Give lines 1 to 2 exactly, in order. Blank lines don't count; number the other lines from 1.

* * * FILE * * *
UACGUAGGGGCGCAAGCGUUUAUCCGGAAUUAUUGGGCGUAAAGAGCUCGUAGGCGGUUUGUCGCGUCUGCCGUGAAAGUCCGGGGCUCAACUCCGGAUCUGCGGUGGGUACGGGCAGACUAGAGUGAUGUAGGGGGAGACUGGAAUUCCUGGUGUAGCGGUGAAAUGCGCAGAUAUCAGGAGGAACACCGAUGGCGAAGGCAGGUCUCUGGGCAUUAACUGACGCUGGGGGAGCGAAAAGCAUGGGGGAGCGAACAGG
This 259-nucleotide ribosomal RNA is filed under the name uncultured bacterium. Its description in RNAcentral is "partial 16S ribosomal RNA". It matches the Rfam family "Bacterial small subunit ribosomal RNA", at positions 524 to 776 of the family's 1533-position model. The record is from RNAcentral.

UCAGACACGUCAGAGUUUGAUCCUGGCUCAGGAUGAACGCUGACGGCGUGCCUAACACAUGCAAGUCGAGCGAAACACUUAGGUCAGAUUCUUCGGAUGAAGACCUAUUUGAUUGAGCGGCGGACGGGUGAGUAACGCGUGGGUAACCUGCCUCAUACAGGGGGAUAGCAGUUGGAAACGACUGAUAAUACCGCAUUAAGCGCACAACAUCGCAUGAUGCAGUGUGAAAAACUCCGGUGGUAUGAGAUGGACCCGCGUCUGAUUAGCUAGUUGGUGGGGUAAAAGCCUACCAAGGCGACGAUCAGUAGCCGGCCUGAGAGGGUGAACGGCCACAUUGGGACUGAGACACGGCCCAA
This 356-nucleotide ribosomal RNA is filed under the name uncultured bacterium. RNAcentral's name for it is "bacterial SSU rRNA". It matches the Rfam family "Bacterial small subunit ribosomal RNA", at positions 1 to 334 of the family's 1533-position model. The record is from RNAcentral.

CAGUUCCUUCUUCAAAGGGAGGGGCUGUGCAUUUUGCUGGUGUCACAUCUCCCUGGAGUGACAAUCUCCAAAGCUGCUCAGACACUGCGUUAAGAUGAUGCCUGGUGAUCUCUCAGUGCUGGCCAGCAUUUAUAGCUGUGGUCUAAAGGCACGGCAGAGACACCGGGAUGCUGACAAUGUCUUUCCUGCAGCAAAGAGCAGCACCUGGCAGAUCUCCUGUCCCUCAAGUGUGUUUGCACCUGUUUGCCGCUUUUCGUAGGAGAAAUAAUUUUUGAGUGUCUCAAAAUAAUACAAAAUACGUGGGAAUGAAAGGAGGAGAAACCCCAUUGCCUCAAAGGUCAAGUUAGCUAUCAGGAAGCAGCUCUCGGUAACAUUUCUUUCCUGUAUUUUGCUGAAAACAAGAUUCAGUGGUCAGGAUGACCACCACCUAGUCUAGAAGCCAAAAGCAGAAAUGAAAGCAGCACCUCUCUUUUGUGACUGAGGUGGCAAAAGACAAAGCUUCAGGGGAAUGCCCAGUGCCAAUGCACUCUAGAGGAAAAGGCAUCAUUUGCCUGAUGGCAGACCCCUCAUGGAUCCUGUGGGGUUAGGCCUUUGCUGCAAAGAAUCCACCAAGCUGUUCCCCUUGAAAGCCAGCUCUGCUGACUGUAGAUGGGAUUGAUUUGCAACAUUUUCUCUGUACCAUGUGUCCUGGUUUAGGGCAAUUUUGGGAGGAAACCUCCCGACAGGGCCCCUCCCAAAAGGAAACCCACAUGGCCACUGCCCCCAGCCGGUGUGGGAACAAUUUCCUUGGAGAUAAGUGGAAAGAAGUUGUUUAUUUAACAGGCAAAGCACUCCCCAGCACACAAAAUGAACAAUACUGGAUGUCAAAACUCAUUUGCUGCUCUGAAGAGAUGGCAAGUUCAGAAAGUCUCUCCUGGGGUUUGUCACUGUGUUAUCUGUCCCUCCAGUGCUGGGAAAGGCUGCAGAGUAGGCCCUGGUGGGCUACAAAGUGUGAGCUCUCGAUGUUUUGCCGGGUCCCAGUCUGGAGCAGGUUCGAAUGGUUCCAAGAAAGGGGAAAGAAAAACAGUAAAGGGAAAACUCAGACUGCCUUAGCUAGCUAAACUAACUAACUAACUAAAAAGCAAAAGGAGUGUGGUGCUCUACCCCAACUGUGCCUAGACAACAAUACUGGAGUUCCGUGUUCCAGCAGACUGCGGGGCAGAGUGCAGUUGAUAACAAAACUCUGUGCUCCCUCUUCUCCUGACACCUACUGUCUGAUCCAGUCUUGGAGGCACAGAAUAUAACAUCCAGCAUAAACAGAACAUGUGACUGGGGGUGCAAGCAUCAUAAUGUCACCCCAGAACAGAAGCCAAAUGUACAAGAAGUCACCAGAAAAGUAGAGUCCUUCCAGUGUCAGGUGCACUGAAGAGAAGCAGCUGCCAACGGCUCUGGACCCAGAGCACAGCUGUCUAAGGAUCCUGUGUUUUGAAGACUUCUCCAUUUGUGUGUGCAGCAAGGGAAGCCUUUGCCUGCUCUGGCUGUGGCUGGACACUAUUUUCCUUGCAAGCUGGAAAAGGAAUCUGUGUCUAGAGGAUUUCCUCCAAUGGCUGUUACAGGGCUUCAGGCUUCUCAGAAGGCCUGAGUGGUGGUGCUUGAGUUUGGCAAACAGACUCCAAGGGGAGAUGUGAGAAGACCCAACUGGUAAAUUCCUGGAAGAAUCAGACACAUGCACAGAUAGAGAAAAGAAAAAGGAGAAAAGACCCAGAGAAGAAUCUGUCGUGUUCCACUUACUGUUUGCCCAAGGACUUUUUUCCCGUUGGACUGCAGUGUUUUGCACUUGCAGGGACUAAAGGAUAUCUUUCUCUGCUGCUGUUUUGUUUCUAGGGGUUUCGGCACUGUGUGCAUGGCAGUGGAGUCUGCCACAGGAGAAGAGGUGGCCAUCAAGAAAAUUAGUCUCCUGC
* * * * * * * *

UACGUAGGGGCGCAAGCGUUUAUCCGGAAUUAUUGGGCGUAAAGAGCUCGUAGGCGGUUUGUCGCGUCUGCCGUGAAAGUCCGGGGCUCAACUCCGGAUCUGCGGUGGGUACGGGCAGACUAGAGUGAUGUAGGGGGAGACUGGAAUUCCUGGUGUAGCGGUGAAAUGCGCAGAUAUCAGGAGGAACACCGAUGGCGAAGGCAGGUCUCUGGGCAUUAACUGACGCUGGGGGAGCGAAAAGCAUGGGGGAGCGAACAGG
This 259-nucleotide ribosomal RNA is filed under the name uncultured bacterium. Its description in RNAcentral is "partial 16S ribosomal RNA". It matches the Rfam family "Bacterial small subunit ribosomal RNA", at positions 524 to 776 of the family's 1533-position model. The record is from RNAcentral.